The Africana Studies Department and the Joseph P. Healey Library at the University of Massachusetts Boston are pleased to announce the recent acquisition of the Melvin H. King papers, which will be preserved and made publicly available for research by the University Archives and Special Collections Department.
Born in 1928 in Boston’s South End neighborhood to immigrants from Guyana and Barbados, Mel King has had a long and significant career as a political activist and community organizer. He graduated from Boston Technical High School in 1946 and earned a B.S. in mathematics from Claflin College in 1950 and an M.A. in education from Boston State College in 1951. King served as the Director of Boys’ Work at Lincoln House, a settlement house in the South End, and as the Director of the New Urban League of Greater
Boston. In 1968, he organized a “Tent City” demonstration in protest of a planned parking garage in the South End. Twenty years later, in 1988, a housing complex was built on that site and dedicated as Tent City. The Archives in the Healey Library holds the records of the Tent City Corporation, as well as other additional papers related to King’s work and activism.
King worked as an Adjunct Professor of Urban Studies at MIT for twenty-five years, where he founded and served as the Director of the Community Fellows Program in the Department of Urban Studies and Planning. He published a book, Chain of Change: Struggles for Black Community Development, through the South End Press in 1981. King has received honorary doctoral degrees from New England School of Law, University of Massachusetts Amherst, University of Massachusetts Lowell, Boston Architectural College, and University of Massachusetts Boston.
King ran for election to the Boston School Committee in 1961, 1963, and 1965, and served as a State Representative in Massachusetts from 1973-1982. In 1983 he was the first Black mayoral candidate in the City of Boston to make it to the General Election. He founded the Rainbow Coalition Party in Massachusetts, which merged with the Massachusetts Green Party to become the Green-Rainbow Party in 2002.
On behalf of the King family, Rep. King’s daughter, Pamela, said: “Melvin H. King, Sr., Joyce King, and family are pleased to donate the papers and works of Melvin H. King, Community Leader, former State Representative and author to the University of Massachusetts Boston’s Healey Library Archive. Mel received his Masters in Mathematics from Boston State Teacher’s College which was incorporated into the UMass Boston system. He also received an Honorary Doctorate at the recommendation of former Chancellor Keith Motley who had requested to have Mr. King’s papers be placed in the archives at the university. We thank the Africana Studies Department and Professor Jemadari Kamara for assisting with the donation and Andrew Elder of the Archives Department for making the transition of materials to the library. We hope the students, faculty and staff will utilize the collection and add to the growing links in the Chain of Change.”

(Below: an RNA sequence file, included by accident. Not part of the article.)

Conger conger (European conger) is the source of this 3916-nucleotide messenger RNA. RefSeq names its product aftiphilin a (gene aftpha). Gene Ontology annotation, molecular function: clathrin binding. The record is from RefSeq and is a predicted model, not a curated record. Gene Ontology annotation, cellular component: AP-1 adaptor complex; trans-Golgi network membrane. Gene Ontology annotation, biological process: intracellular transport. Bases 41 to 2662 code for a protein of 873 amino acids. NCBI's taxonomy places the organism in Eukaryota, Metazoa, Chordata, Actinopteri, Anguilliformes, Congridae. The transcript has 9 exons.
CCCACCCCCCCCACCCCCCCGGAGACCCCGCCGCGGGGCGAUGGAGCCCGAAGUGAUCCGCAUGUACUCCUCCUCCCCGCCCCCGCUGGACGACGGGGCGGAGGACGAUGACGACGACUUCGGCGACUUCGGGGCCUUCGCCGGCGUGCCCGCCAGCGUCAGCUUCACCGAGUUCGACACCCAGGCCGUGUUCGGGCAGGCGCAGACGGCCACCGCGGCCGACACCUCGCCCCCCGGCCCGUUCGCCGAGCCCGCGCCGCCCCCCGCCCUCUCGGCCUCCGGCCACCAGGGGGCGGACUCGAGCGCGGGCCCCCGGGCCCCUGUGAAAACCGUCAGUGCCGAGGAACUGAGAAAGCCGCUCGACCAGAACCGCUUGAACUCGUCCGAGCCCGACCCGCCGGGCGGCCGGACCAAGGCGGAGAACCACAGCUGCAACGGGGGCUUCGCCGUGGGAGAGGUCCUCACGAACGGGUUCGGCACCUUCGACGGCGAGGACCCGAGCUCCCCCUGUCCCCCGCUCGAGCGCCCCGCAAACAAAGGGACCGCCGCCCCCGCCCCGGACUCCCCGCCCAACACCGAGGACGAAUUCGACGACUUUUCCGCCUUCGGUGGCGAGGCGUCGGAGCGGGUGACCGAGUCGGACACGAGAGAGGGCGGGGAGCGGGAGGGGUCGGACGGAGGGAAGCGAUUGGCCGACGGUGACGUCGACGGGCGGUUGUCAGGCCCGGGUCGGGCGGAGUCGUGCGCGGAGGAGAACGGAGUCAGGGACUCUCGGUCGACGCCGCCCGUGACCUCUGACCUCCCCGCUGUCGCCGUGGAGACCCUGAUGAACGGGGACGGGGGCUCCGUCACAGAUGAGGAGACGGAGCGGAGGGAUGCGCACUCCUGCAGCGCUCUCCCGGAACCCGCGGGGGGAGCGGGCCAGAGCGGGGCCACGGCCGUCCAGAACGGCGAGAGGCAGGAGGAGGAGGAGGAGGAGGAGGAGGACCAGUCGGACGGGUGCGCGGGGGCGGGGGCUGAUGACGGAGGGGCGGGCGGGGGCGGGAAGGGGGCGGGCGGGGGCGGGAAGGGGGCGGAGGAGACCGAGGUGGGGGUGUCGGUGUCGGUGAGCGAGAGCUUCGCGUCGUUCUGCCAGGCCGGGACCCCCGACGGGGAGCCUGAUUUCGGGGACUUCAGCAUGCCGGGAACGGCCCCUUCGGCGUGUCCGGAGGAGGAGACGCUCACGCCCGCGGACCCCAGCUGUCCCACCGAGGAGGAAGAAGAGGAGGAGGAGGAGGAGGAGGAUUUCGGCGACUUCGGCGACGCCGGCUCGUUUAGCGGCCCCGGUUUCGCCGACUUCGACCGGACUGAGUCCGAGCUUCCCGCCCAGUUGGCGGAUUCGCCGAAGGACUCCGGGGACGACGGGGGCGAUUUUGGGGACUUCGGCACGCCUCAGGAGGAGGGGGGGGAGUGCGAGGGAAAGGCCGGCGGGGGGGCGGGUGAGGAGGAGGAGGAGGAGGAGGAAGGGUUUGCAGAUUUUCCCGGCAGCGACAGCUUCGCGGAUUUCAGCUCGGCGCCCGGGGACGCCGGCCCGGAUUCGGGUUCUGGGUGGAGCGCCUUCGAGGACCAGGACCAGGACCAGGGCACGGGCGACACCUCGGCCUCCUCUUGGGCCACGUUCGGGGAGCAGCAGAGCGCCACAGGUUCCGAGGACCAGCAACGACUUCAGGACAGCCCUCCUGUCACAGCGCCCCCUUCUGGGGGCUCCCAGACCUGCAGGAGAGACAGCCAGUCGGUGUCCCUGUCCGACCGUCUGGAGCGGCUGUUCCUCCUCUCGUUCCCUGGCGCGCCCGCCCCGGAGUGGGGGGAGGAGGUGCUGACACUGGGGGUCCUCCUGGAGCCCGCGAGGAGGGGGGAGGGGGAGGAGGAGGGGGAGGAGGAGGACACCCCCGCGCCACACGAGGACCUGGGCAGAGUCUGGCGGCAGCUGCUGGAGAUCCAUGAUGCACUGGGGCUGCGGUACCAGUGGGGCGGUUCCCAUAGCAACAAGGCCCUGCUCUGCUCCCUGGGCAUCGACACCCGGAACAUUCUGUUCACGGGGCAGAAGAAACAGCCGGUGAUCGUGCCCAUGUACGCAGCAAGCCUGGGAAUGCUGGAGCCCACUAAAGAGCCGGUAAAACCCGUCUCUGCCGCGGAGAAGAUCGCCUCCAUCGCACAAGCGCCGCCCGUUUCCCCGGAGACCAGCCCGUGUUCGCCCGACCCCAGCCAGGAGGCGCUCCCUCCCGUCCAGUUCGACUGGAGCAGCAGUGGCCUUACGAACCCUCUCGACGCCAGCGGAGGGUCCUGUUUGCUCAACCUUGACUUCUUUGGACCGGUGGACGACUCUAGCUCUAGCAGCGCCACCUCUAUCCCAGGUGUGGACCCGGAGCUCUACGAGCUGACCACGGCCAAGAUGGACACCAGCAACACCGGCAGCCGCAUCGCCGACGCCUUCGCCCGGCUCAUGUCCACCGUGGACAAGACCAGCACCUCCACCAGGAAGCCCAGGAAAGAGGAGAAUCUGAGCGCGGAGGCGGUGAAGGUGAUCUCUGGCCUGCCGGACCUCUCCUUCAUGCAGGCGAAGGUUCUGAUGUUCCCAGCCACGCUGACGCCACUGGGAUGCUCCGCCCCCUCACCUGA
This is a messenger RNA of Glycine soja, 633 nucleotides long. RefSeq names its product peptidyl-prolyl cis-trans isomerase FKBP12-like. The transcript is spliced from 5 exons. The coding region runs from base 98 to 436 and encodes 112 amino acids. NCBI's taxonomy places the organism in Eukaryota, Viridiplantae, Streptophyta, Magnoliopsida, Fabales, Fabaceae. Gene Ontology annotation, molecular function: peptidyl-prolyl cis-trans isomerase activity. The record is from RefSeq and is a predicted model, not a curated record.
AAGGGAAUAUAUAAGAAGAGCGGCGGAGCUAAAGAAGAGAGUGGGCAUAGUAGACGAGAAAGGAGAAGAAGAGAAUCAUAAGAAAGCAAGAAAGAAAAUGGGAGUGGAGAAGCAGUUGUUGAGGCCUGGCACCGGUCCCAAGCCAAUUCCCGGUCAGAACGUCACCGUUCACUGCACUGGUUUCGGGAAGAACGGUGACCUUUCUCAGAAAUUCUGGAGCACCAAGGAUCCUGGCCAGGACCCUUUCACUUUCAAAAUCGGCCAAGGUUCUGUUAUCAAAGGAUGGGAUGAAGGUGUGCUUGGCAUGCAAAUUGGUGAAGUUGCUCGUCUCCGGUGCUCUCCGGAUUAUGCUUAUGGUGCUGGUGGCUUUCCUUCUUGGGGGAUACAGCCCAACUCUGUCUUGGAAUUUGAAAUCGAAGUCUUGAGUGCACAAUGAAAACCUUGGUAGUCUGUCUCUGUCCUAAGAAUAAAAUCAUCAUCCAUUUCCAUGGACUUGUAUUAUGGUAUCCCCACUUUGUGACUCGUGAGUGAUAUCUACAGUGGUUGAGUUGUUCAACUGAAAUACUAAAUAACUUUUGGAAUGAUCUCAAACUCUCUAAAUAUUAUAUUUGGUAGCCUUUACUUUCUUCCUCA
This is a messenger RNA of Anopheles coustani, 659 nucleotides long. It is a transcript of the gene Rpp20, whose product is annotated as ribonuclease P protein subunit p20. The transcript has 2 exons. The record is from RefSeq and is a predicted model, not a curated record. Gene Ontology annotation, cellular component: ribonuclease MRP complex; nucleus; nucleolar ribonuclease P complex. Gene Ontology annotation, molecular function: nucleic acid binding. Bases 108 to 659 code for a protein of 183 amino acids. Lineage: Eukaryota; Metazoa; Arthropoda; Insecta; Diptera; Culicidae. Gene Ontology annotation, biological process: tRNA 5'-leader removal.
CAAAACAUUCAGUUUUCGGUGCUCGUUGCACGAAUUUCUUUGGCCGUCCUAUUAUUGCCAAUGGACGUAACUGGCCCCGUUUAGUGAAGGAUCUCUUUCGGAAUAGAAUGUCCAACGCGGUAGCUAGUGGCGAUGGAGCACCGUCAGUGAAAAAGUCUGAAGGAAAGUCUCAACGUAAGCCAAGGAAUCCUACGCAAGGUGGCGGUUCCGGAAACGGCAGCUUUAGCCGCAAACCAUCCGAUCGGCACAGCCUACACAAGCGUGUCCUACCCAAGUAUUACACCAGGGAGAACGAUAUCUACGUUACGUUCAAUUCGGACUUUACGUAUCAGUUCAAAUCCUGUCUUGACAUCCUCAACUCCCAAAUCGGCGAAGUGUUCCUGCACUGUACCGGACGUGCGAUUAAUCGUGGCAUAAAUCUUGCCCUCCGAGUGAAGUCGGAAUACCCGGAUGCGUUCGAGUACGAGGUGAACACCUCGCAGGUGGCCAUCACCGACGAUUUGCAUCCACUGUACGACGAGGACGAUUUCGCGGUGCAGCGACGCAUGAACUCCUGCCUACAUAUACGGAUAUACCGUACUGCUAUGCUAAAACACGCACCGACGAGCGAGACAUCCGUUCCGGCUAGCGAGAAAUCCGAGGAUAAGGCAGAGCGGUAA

“Given UMass Boston’s deep commitment to anti-racism, community engagement and social justice, we are honored to serve as the research home of the Mel King papers,” said Interim Dean of Libraries Joanne Riley. “On behalf of the Healey Library, I would like to express our gratitude to Representative King for donating these materials documenting his phenomenal work and influence, and to his family for helping us organize the smooth transfer of 80 cartons to campus. We are excited about working with faculty and students from Africana Studies and from across campus to prepare the collection to be publicly available for research.”
The Melvin H. King papers comprise 80 boxes of original archival materials documenting King’s lifetime of work as a Boston-based organizer, politician, activist, and educator. Topics include restorative justice, housing, education, agriculture and urban farming, advocacy for formerly incarcerated people, and computer literacy training. Among the materials in the collection are articles, audiovisual materials, books, correspondence, journals and notebooks, magazines, newspapers and newsletters, pamphlets and flyers, photographs and slides, poetry, reports, speeches and campaign materials, and various ephemera. Additional materials related specifically to King’s mayoral campaign in the early 1980s are housed in the Archives at Roxbury Community College.
This acquisition was made possible by Dr. Jemadari Kamara and Dr. Tony Van Der Meer in UMass Boston’s Africana Studies Department.
University Archives & Special Collections in the Joseph P. Healey Library at UMass Boston was established in 1981 as a repository to collect archival material in subject areas of interest to the university, as well as the records of the university itself. The mission and history of UMass Boston guide the collection policies of University Archives & Special Collections, with the university’s urban mission and strong support of community service reflected in the records of and related to urban planning, social welfare, social action, alternative movements, community organizations, war and social consequence, and local history related to neighboring communities. To learn more, visit blogs.umb.edu/archives.